On Tue, Jan 4, 2011 at 8:17 AM, Tom Fine <[log in to unmask]>wrote:
> As for small-venue live music, there is none out here in the 'burbs, just
> really amateurish cover bands here and there. Also, the loudness level that
> rock and blues are typically performed precludes me going anywhere near
> these live venues without heavy ear protection. I can't afford to lose any
> hearing by my own doing, time and nature are doing it to me beyond my
> control (...ellipse...) I would argue that the typical trappings of a rock
> performance get ridiculous when you get into your 40's and are outright
> embarassing when you're eligable for Medicare. It's a young man's game, know
> the rules and play by them.
I'm speaking as an active rock musician, now 49 and hardly feeling
"ridiculous" about continuing to ply my modest trade. I know the rules; I've
been at it 30 years:
Here I'm singing a song I wrote when I was 18, and I can't sing it in the
same range as I did then, but the crowd doesn't seem to mind. I still do it
because there is still a demand for my work in my community; people like it,
and they come see me. Admittedly our communities are different; here in
Cincinnati, the kids (and grown ups) come out from the 'burbs to the inner
city, or to Northern Kentucky, to attend shows, and the average admission
for which is about $5. I don't do it because of money, but because I like
it, it's fun and a way for me to expend some of that creative energy that
has always been with me. When people stop asking me to play, I will stop
playing, but so far they're still asking. I refuse to believe what we do,
and what people around me do, doesn't matter simply because it doesn't
figure into the plans of the major music industry. In this sense, rock music
is still very much "alive."
Incidentally, we don't play very loud, because we have ears we're concerned
with also. And there are really groups out there that play interesting,
original, and fresh music -- the Heartless Bastards and The Hard Nips come
to mind -- who are not terribly better off than we are in a business sense.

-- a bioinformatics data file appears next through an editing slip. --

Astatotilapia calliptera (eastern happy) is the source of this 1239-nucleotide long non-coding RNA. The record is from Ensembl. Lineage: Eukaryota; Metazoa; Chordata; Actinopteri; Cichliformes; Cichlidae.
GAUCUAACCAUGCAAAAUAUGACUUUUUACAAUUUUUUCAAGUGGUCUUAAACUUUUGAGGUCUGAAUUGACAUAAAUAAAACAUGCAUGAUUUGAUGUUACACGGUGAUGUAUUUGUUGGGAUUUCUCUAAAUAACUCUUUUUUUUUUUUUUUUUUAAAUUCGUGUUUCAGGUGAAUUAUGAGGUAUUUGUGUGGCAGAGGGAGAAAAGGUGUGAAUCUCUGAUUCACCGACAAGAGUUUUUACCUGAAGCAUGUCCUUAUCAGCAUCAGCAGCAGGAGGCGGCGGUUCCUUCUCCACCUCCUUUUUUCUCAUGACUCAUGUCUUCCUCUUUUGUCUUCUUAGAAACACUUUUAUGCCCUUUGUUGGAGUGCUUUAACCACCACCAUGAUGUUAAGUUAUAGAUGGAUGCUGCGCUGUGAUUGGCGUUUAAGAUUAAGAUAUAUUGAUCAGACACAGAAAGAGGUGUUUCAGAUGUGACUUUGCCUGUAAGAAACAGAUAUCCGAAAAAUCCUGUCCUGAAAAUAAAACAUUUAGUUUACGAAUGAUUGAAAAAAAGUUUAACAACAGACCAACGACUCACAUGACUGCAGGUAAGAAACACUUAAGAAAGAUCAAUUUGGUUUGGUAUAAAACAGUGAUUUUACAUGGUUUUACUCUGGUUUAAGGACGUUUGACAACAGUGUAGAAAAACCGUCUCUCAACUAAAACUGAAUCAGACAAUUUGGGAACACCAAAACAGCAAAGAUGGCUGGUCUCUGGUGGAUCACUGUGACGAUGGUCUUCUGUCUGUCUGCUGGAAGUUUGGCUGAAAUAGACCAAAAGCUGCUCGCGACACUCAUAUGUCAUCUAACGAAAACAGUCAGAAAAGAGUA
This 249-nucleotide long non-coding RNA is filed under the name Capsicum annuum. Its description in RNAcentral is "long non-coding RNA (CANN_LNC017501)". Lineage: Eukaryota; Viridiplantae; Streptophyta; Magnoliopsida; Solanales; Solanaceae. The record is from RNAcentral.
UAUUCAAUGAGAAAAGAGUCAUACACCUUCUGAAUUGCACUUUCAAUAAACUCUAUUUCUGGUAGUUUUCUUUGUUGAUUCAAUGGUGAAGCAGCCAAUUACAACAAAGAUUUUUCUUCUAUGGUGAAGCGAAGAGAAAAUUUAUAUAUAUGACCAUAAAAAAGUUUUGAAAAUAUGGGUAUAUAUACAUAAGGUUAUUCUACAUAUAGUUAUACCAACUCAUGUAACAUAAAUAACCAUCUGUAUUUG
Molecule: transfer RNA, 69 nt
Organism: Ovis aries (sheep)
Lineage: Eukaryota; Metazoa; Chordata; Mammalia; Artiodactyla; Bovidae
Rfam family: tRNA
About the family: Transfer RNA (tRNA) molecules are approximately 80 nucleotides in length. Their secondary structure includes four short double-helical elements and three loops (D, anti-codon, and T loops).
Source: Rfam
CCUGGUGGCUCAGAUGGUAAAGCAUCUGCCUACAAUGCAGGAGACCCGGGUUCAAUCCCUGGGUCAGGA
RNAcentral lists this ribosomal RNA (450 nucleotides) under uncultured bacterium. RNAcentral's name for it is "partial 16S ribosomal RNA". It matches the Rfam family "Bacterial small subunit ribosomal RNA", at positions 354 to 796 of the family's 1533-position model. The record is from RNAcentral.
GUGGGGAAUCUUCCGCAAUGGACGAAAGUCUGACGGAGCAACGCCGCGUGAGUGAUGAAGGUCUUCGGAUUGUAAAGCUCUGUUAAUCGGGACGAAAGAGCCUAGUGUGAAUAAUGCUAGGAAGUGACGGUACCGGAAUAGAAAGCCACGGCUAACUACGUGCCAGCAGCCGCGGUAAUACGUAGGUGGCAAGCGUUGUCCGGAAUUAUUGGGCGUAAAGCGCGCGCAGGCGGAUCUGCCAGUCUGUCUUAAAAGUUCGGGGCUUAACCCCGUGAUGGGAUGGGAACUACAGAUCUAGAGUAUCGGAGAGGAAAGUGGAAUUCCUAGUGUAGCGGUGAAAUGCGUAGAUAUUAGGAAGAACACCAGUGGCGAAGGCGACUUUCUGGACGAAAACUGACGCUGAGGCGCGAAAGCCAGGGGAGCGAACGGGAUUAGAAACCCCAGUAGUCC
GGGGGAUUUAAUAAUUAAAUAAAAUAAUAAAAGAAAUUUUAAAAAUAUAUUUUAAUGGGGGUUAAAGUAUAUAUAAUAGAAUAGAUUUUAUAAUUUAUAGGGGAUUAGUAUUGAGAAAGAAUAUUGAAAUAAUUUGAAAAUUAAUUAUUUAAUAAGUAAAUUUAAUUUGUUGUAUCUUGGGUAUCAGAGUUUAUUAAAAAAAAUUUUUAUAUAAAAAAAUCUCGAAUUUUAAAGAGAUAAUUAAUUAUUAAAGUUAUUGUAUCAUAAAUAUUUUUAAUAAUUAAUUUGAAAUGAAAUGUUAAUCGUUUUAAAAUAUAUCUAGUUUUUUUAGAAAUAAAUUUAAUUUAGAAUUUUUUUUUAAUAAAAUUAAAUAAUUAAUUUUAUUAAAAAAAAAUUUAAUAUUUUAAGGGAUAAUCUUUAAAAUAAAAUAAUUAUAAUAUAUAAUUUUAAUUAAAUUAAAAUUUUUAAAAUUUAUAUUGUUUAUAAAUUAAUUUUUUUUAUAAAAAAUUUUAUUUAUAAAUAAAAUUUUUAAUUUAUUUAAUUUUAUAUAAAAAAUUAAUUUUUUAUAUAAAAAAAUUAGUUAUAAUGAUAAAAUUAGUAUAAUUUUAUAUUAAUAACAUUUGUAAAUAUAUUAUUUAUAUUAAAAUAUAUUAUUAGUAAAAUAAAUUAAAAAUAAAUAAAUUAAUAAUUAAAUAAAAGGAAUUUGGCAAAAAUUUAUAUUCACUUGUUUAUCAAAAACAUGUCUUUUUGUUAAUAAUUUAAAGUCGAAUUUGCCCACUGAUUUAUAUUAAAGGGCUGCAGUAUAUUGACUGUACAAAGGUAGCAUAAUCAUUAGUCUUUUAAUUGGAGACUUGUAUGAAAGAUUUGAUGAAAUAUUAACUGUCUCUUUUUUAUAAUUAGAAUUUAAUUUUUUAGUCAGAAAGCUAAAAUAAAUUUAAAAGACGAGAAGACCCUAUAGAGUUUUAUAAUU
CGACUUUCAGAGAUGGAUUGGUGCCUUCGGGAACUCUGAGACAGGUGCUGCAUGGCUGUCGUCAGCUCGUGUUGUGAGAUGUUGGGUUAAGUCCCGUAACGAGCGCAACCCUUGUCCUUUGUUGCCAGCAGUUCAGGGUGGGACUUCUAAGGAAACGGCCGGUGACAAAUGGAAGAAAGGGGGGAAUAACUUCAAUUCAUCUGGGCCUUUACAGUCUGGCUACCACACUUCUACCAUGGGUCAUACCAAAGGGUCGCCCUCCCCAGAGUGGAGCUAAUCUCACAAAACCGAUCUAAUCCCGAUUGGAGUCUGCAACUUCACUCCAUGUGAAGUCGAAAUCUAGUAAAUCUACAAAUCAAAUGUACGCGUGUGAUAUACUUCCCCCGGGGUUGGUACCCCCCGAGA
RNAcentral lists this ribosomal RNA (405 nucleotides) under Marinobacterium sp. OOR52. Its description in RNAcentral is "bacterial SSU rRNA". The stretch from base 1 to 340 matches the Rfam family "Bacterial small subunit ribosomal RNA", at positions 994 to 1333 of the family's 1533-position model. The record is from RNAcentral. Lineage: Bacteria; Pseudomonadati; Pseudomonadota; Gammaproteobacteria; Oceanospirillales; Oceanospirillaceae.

But they are motivated by many of the same principles, have their following,
and it's enough.
> One other thing, with the collapse of the record business, playing arenas
actually IS a pre-requisite to the kind of success that was the norm in
I deliberately used the words "artistic success." An artist like Buddy Holly
-- who to me is like the Mozart of rock music -- is really very unusual;
sheer genius and inventiveness employed from track to track to track and
onward. In the major music business, "the norm in previous times" was really
more like Three Dog Night or Air Supply; in the first instance, make a hit,
play it until it was totally exhausted and everyone was sick of it, or in
the second have one huge hit, get out of the business and collect residuals
forever. But you also have groups like The Velvet Underground, none
of whose seven original albums cracked the 10,000 unit mark in sales, yet
you cannot imagine or understand the landscape of rock music after 1976
without considering them. And of course as legacy artists their albums
finally did crack that mark, by far.
All of this added up may not prove my point, but saying that "rock is dead"
and "major music business/record label/booking agency rock is dead" is not
necessarily the same thing. And for many of us, the latter statement is not
reason to mourn; we'll be fine without it.
Uncle Dave Lewis